For much of America’s culinary history, the humble butcher was rarely seen, and heard from even less. This was blue-collar work for stocky men—historically speaking, always men—with Popeye forearms and blood-splattered aprons, keeping quietly to themselves behind a glass case or in a back room out of sight while loudly hacking apart a cow’s hindquarters.

These days, of course, butchers have become the new rock stars—they are name brands of both sexes charging big bucks for public demonstrations while writing acclaimed books. Forget the dumpy Sam the Butcher from The Brady Bunch; now, it's not uncommon for this generation to appear on reality shows or take part in glitzy magazine photo shoots (all the better to show off those “meat muscles”). Of course, the celebrated rise of the butcher also means more face time with their often well-heeled clientele—have you seen the cost of beef these days?—in order to make the sale. 

Unfortunately, most of us are still shy about ordering from these meat choppers, unsure of how to navigate the unfamiliar vocabulary that they seem to toss around so casually. What exactly is that cut called? Prime or strip? Chump or chuck? Is Boston butt really what it implies? A "six-inch boner" refers to a knife? 

It would be easy to think these butchers are, ahem, butchering the language to make things more confusing and fleece us at the register. But shorthand and other nicknames can be crucial when working with pounds and pounds of animal flesh. At their core, butchers are professors of anatomy (albeit ones with a great sense of humor), so to help understand their unique vernacular, we reached out to a handful of pros for help:


  • Heather Sanford, butcher at The Piggery (Ithaca, NY)
  • Greg Brockman, lead butcher at Foragers Market in (New York, NY)
  • Craig Jackson, butcher at Harts Local Grocer (Rochester, NY)
  • Larry McMillan, CEO of Critchfield Meats (Lexington, KY)

Boston butt

“This cut’s name causes great confusion. It’s actually not the ‘butt’ of the pig, but rather a section of the shoulder. Back when we were a colony, England used to raise a lot of their pork here and ship it overseas. The shoulders were a prized cut that would be heavily salted and packed in barrels called ‘butts.’”—Sanford


An acronym for “boned, rolled, and tied,” a common method for securing meat. Typically used on roast cuts of poultry, beef, pork, and lamb, the meat is completely boned, all the internal fat and excess outer fat is removed or trimmed, and then it is tied into a cylindrical shape.—Jackson


A pig’s small intestines.—McMillan

Chuck eye

The Complexus muscle of cattle. Known as “poor-man’s ribeye,” the chuck eye is cut off the fifth rib (while the rib eye comes from the sixth to 12th rib). “My chuck eye is so small it cannot see.”—McMillan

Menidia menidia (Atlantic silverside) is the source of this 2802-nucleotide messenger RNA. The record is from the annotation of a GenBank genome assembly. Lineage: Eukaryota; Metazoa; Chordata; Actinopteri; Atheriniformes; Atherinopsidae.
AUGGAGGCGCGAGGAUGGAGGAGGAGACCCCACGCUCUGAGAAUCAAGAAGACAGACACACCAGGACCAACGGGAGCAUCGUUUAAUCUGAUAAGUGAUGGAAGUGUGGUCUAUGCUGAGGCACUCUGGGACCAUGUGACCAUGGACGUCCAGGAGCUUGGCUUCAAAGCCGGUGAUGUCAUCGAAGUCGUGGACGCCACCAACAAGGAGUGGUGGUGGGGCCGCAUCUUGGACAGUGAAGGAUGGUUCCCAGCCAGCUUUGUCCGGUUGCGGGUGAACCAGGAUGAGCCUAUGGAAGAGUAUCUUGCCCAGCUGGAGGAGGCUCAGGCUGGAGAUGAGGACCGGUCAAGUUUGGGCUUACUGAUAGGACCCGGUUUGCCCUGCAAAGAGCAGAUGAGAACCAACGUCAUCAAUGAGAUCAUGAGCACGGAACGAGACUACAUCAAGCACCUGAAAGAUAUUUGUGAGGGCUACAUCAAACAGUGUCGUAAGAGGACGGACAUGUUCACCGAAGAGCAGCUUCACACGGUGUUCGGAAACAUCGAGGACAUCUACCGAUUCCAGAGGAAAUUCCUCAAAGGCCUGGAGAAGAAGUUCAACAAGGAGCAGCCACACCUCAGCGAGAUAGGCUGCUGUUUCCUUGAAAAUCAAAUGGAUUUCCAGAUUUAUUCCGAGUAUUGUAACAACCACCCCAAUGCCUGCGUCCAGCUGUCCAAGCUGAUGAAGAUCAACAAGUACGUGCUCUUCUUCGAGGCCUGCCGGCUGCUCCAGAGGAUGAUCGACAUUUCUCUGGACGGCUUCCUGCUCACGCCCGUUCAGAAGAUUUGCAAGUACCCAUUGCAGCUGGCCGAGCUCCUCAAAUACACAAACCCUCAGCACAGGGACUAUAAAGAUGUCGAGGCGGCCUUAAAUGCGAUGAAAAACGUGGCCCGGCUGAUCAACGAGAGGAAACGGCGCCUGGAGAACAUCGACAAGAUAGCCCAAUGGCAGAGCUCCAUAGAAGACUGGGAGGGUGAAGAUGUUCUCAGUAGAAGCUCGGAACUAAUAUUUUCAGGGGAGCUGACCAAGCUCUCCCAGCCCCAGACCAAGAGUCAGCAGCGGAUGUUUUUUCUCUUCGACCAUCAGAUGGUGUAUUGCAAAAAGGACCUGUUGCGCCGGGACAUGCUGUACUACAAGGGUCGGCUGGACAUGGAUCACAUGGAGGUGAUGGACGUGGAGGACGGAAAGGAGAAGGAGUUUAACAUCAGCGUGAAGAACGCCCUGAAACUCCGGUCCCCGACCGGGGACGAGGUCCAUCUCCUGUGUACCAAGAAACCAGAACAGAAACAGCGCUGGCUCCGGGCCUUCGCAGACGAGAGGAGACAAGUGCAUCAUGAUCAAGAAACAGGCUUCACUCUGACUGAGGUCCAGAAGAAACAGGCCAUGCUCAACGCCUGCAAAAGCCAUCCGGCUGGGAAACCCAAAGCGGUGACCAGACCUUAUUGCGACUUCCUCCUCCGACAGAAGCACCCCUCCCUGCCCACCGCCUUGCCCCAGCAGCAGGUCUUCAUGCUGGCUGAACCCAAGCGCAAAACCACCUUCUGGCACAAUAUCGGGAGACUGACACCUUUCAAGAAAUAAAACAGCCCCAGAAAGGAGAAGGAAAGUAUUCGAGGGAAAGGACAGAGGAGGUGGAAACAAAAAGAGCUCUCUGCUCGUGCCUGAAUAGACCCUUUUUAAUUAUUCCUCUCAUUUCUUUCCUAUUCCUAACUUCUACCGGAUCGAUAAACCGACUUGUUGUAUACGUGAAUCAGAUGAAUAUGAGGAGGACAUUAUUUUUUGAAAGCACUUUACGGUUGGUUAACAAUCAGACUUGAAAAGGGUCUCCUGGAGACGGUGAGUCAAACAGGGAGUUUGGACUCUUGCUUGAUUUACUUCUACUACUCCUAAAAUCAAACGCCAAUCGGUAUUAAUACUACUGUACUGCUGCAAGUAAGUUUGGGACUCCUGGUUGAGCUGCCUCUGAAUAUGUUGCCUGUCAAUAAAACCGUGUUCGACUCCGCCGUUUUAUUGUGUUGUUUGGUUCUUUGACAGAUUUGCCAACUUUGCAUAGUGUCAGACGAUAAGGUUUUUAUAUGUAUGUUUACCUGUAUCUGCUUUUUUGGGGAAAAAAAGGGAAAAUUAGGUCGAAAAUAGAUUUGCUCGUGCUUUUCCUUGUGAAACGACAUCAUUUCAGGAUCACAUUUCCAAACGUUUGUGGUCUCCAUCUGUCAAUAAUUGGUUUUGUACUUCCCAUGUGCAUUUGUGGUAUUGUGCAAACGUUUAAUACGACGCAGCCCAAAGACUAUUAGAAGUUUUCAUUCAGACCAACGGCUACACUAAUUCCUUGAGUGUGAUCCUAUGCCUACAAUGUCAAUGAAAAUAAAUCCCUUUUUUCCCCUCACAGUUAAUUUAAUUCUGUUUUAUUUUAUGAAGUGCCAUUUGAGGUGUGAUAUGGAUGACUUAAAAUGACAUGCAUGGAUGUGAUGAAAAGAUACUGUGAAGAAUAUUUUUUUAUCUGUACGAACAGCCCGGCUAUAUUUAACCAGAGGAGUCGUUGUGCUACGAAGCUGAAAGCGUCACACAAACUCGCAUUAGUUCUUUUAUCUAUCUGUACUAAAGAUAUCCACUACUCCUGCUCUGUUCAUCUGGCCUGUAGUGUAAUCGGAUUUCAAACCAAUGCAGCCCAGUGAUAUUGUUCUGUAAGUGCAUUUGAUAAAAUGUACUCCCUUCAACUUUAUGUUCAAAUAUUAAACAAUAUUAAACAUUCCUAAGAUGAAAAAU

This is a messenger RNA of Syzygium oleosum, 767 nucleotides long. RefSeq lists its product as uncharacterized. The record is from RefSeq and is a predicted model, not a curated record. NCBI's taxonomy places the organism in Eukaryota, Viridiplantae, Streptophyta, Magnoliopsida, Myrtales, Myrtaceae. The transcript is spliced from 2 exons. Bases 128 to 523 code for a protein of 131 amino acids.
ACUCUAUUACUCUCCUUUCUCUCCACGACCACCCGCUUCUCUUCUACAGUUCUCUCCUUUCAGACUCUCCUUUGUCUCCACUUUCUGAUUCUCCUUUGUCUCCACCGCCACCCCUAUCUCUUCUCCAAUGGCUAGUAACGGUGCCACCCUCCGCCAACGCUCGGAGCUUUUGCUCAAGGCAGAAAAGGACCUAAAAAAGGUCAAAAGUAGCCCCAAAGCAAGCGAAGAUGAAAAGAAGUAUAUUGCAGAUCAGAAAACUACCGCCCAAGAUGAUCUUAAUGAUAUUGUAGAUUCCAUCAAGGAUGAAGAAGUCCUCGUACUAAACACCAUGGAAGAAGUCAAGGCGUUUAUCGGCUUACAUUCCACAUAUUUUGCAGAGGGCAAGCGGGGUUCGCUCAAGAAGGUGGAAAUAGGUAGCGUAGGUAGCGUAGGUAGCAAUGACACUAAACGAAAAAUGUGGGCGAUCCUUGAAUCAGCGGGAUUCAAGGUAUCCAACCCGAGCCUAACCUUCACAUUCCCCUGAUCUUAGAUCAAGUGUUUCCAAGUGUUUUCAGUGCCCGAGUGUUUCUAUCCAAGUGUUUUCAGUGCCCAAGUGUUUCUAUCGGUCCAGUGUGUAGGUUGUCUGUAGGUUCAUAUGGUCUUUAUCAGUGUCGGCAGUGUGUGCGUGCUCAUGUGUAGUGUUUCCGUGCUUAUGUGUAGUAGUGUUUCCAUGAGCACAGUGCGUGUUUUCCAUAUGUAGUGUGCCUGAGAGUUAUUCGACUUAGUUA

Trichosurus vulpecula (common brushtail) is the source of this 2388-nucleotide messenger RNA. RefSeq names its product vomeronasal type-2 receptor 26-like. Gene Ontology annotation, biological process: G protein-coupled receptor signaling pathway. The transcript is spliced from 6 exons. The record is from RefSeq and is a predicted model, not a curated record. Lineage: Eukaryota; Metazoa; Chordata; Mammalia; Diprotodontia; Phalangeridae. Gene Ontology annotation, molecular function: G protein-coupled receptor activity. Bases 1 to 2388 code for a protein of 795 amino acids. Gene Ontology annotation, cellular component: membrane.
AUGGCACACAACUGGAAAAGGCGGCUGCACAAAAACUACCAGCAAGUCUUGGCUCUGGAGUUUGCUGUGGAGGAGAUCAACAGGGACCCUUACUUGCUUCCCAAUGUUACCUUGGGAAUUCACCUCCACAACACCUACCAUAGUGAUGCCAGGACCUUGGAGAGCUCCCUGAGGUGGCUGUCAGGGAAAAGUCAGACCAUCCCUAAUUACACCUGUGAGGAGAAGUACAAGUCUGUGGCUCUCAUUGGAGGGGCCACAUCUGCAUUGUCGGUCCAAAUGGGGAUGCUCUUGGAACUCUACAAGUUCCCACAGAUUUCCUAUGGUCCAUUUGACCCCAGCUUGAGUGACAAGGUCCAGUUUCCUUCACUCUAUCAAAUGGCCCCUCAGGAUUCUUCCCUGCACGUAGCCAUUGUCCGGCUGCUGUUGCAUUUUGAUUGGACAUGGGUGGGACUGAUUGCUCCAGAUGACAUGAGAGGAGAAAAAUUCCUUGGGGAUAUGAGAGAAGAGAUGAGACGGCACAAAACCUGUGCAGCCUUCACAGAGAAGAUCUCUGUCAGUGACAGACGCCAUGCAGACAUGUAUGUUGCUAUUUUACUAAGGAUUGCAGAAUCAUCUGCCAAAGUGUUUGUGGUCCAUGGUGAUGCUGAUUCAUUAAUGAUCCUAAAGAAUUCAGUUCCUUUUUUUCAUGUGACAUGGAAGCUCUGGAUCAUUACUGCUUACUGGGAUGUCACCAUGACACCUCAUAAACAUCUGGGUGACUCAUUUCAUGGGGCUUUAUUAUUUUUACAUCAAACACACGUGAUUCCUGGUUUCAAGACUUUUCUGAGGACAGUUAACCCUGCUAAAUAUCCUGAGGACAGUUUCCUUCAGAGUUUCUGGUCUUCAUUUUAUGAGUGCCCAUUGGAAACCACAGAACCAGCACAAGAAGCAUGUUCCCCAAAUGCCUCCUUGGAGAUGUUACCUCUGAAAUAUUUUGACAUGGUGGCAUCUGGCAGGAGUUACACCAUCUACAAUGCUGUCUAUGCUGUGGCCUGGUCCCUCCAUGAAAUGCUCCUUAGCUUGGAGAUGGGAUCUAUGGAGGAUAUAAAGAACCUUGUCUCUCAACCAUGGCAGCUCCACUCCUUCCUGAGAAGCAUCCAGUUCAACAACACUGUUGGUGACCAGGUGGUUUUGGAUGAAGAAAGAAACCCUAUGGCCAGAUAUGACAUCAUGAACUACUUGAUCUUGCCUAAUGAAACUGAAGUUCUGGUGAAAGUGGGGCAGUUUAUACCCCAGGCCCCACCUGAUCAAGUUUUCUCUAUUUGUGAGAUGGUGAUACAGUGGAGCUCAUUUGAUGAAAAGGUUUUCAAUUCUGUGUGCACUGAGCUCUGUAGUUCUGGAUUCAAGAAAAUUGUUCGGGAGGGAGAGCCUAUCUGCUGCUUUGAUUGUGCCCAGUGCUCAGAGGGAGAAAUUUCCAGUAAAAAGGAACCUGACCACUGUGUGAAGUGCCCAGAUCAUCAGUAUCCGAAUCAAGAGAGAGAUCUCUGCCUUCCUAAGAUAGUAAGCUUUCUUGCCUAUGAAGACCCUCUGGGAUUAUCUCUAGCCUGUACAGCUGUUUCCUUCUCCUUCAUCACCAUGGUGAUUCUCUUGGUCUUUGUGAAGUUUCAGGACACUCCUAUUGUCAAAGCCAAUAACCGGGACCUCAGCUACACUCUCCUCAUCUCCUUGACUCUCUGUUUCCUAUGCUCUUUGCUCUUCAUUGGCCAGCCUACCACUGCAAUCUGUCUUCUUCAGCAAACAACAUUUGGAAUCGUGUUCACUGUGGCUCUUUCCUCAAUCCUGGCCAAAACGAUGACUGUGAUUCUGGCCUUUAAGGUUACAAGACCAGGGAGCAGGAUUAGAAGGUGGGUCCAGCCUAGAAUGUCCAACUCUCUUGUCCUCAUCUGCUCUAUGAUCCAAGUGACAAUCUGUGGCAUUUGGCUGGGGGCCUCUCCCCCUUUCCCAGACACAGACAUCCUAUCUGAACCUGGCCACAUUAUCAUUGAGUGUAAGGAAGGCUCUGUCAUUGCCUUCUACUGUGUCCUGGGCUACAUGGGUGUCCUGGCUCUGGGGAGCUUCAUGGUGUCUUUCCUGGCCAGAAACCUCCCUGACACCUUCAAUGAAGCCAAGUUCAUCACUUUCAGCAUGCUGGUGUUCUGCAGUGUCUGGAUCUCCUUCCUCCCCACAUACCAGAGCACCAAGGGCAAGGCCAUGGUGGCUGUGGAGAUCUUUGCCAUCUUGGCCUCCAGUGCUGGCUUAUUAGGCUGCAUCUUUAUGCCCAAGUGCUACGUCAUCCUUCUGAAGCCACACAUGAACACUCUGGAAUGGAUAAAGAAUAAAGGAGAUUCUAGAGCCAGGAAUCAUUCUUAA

Lamb sirloin.—Brockman

Drunk chicken/ribs

Chicken or ribs that are marinated in beer or wine.—Brockman

Flat iron

A steak that comes from the Infraspinatus muscle, located adjacent to the heart of the shoulder clod, under the shoulder blade or scapula. It's called this because the cut should be flat like an old cast iron skillet.—McMillan & Jackson


Beef bottom round roast.—McMillan


Someone who is not a very good meat cutter.—Jackson

Illustration by Louie Chin

Meat muscles

The seriously-ripped upper body you get from lugging around meat all day.—Sanford

Meat needle

A tool used to shape and tie the roast.—Jackson


A retail term for odds-and-end pieces like pigs feet, pork neck, turkey tails, and smoked turkey wings.—Jackson


The best little nugget of chicken or any poultry found on the back of the bird near the thigh, in the hollow on the dorsal side of the ilium bone. This dark meat is super small, tasty, moist, and incredibly flavorful.—Brockman

Oyster steak

A super small and tasty beef steak cut off the aitchbone (some people call the flat iron this, but don’t).—Brockman

Petite tender

A steak that comes from the Teres Major from the shoulder blade. It is one of the most tender beef muscles and takes significant butchery skill to extract.—McMillan


The most coveted cut in Brazil, though lesser known in the U.S. where it’s called the rump cover or rump cap. A triangular cut from the top of the cow’s rump region of the cow which comes with a beautiful layer of fat.—Brockman


Rotisserie chickens.—Brockman

Illustration by Louie Chin

Selling itself

"An industry saying that means, no matter how good any particular butcher is, if the meat itself isn’t good, there’s not much a butcher can do to improve it."—Jackson

Shell steak

Also known as a strip steak, or New York strip, ironically it is sometimes just called a shell steak in NYC. The cut comes from the short loin and is particularly tender.—Jackson

Short line

When you leave the bone and tenderloin in for a porterhouse or T-Bone. (A porterhouse has a larger filet while the T-bone has a smaller filet.)—Jackson

Sloppy seconds

The fresh ground sausage that's left in the bottom of the sausage stuffing machine.—Sanford

Six inch boner

A prized knife for boning out meat from a carcass.—Sanford

Strip line

When you take the bone and tenderloin out for a strip steak.—Jackson


A pig’s stomach.—McMillan

Illustration by Louie Chin